Succeeding with Interventions for Asperger Syndrome Adolescents: A Guide to Communication and Socialisation in Interaction Therapy

Succeeding with Interventions for Asperger Syndrome Adolescents: A Guide to Communication and Socialisation in Interaction Therapy

Succeeding with Interventions for Asperger Syndrome Adolescents: A Guide to Communication and Socialisation in Interaction Therapy

Succeeding with Interventions for Asperger Syndrome Adolescents: A Guide to Communication and Socialisation in Interaction Therapy

Synopsis

"Succeeding with Interventions for Asperger Syndrome Adolescents presents a wide range of useful strategies to address the communication and socialisation difficulties experienced by adolescents with Asperger Syndrome (AS). Using interaction therapy to teach social competence, the authors explain how to design a social skills intervention programme that ensures successful peer interaction. They describe the methodology, philosophy and science behind their approach and give guidance on choosing resources from the variety of available intervention programmes. The authors outline session formats, possible problems and solutions, and emphasise the significance of the therapist's attitude and the role of parents in building social confidence. Helpful case study examples are also provided, as well as a template for a sample course." Title Summary field provided by Blackwell North America, Inc. All Rights Reserved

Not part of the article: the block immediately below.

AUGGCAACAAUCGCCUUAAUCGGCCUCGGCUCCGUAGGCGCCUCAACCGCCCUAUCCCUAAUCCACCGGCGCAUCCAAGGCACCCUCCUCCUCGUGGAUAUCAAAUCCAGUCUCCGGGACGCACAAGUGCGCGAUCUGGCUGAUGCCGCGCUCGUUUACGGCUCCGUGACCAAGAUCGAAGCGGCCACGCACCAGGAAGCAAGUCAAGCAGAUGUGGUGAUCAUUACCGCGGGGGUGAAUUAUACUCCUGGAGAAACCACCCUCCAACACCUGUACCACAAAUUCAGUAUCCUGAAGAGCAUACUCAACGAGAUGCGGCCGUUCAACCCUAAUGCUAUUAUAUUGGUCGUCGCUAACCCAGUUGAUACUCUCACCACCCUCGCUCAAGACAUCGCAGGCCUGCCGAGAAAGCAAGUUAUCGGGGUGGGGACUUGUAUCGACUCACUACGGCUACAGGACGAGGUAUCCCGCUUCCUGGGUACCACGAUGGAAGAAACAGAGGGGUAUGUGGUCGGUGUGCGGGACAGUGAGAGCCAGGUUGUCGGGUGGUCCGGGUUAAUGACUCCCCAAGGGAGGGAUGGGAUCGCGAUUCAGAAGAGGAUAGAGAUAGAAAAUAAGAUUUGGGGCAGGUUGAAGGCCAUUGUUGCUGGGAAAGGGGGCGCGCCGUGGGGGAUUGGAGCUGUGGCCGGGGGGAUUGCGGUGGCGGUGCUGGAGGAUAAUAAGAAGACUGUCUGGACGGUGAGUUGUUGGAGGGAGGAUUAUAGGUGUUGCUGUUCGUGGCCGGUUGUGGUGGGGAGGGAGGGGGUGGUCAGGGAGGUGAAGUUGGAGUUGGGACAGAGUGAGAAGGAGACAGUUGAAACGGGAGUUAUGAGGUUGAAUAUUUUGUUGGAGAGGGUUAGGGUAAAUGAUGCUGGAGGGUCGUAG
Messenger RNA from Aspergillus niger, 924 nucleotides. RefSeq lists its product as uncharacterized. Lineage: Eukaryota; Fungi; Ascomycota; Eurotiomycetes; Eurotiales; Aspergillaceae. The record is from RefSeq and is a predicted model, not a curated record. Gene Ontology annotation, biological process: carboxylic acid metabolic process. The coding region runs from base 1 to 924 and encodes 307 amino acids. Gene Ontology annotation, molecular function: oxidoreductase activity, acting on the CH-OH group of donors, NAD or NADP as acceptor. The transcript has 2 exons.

Excerpt

This book focuses on the development of interaction skills in adolescents with Asperger syndrome (AS) through teaching social competence. Its primary audience is the group of mental health professionals and teachers designing and delivering socialisation training to Asperger adolescents – the 'therapists' as we refer to them in the book. The term socialisation refers to a range of behaviours, emotions, judgements and skills that define and underwrite effective social communication and interaction. We use the term interaction skills deliberately since it identifies both the fundamental feature of all social contact, namely its interactive nature, and the fundamental impairment in Asperger syndrome. A large part of the book explains the necessary and satisfactory conditions for successful social interactions to occur. It is a bit of an academic mouthful admittedly, but we are dealing with complex and subtle forms of human expression and there is no merit in thinking otherwise. Any socialisation intervention, and any teacher of one, has to be mindful of these conditions. As a discipline, teaching social communication principles to AS adolescents is neither trivial to grasp or deliver.

By adolescent, we mean a child past puberty and under the age of 20 years. We signal clearly at the outset that a 'one size fits all' model is difficult if not impossible to achieve for those with AS. Differences in developmental stages coupled with the presence of other complicating conditions (e.g. depression, attention deficit hyperactivity disorder, obsessive compulsive disorder) will mean that a minority of adolescents need other therapies prior to and during any socialisation intervention. We think in terms of 'doing the most for the most'.

Parents will find value in the book, but they need to link its content to a group intervention for their adolescents and themselves. A large part of what we . . .

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